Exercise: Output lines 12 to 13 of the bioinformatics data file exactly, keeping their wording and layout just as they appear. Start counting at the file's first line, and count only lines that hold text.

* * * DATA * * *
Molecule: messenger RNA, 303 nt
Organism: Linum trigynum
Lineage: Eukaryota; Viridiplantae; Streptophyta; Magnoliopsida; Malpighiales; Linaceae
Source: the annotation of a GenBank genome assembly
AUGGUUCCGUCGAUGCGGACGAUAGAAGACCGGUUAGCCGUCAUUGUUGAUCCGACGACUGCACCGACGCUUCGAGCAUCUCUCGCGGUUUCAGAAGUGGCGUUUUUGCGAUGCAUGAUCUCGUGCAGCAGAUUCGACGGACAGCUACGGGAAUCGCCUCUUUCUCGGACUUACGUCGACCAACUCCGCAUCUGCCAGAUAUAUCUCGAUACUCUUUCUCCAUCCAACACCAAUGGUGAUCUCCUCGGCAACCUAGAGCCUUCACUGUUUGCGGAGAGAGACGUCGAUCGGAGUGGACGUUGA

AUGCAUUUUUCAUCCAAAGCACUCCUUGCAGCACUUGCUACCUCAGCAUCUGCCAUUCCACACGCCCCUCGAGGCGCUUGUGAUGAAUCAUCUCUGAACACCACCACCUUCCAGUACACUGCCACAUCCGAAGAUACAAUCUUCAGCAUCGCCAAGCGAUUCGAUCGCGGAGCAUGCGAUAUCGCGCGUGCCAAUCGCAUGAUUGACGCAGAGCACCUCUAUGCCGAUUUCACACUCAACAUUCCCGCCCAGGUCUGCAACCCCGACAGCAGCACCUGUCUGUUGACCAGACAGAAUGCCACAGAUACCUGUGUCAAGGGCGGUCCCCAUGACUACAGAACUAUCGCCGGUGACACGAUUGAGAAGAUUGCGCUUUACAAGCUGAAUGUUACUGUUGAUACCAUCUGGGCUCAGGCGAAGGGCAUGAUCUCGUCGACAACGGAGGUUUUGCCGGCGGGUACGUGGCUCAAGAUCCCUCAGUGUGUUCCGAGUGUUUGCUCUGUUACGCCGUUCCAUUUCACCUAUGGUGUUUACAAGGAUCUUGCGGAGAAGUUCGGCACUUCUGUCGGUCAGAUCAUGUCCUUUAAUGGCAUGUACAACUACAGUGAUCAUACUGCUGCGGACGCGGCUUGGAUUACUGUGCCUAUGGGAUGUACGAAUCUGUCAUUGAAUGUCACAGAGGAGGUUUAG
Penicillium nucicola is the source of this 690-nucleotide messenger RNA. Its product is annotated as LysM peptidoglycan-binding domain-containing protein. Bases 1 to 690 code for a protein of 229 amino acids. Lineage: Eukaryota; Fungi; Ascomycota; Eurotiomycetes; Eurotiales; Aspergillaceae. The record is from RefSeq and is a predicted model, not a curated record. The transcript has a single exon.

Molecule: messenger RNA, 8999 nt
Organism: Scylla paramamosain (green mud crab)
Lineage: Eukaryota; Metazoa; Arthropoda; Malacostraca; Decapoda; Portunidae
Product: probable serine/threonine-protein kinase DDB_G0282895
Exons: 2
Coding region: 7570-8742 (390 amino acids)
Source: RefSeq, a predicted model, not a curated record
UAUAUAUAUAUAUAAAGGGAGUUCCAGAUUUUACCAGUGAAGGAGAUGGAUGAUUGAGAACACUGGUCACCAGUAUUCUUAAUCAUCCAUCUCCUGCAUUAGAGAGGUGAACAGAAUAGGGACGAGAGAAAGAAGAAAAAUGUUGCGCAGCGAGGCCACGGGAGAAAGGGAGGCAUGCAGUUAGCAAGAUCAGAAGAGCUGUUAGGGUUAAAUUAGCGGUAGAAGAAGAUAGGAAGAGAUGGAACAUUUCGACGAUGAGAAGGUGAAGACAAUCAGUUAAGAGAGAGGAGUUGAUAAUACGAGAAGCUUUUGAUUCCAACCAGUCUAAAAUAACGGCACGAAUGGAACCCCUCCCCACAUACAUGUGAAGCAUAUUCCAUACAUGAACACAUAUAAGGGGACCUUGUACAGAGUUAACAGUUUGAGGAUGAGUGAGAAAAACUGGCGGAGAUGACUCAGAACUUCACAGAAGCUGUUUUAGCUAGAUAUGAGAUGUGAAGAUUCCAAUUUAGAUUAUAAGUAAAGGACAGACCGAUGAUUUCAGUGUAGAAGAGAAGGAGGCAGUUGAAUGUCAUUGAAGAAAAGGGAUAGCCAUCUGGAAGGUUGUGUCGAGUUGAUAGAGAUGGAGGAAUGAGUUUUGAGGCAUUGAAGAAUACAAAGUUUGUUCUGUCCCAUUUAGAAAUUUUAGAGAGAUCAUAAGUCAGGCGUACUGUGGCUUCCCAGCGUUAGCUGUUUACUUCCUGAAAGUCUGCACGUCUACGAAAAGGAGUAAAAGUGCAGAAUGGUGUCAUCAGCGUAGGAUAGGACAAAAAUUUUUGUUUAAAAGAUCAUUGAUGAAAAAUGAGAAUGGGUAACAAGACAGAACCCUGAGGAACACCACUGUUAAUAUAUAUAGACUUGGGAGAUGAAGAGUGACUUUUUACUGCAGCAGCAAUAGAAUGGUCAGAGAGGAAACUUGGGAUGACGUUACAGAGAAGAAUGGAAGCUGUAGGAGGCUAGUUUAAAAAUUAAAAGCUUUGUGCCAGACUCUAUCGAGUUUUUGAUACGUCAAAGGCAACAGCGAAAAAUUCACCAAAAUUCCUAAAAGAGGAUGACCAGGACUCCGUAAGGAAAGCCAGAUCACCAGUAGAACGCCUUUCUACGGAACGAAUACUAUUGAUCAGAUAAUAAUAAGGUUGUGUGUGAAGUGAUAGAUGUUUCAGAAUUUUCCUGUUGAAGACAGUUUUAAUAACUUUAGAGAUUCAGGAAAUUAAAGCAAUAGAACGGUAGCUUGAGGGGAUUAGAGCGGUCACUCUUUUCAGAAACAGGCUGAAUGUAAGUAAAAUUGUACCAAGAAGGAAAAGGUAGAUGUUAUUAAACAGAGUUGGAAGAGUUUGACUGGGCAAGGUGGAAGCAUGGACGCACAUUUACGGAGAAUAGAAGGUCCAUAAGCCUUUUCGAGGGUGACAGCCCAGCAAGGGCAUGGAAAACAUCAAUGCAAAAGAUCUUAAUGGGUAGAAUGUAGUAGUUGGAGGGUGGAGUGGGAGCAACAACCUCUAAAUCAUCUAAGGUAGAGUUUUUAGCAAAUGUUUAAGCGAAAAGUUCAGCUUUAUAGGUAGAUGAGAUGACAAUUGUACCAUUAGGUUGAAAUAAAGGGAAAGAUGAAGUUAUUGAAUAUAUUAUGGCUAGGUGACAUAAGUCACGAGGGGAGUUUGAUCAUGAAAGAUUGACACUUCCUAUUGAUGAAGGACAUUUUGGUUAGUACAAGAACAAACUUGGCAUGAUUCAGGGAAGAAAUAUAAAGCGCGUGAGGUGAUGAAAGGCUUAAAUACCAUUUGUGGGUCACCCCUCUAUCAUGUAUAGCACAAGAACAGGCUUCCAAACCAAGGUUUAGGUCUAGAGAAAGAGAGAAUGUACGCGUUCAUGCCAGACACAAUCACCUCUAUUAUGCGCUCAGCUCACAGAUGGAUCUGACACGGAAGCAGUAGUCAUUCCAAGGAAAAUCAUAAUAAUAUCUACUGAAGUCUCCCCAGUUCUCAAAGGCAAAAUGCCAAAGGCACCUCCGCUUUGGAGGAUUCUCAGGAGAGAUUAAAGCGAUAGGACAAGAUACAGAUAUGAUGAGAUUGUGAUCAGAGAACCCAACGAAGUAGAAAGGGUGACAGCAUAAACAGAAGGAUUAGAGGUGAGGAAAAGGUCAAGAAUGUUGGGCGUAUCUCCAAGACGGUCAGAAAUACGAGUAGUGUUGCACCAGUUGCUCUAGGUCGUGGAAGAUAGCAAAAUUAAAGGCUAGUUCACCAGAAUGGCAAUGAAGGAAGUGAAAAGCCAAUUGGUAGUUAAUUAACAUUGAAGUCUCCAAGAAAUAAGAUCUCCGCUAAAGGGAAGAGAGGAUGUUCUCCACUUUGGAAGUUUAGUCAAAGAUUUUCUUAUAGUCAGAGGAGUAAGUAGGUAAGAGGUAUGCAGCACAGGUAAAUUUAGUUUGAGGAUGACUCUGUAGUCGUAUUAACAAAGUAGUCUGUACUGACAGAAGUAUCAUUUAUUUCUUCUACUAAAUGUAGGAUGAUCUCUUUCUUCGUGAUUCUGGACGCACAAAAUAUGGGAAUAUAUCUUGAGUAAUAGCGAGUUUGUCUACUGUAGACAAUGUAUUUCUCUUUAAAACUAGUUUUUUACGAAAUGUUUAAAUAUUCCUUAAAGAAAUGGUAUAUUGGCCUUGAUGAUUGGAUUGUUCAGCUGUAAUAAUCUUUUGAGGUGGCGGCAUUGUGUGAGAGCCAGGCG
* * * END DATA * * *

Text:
Exons: 2
Coding region: 7570-8742 (390 amino acids)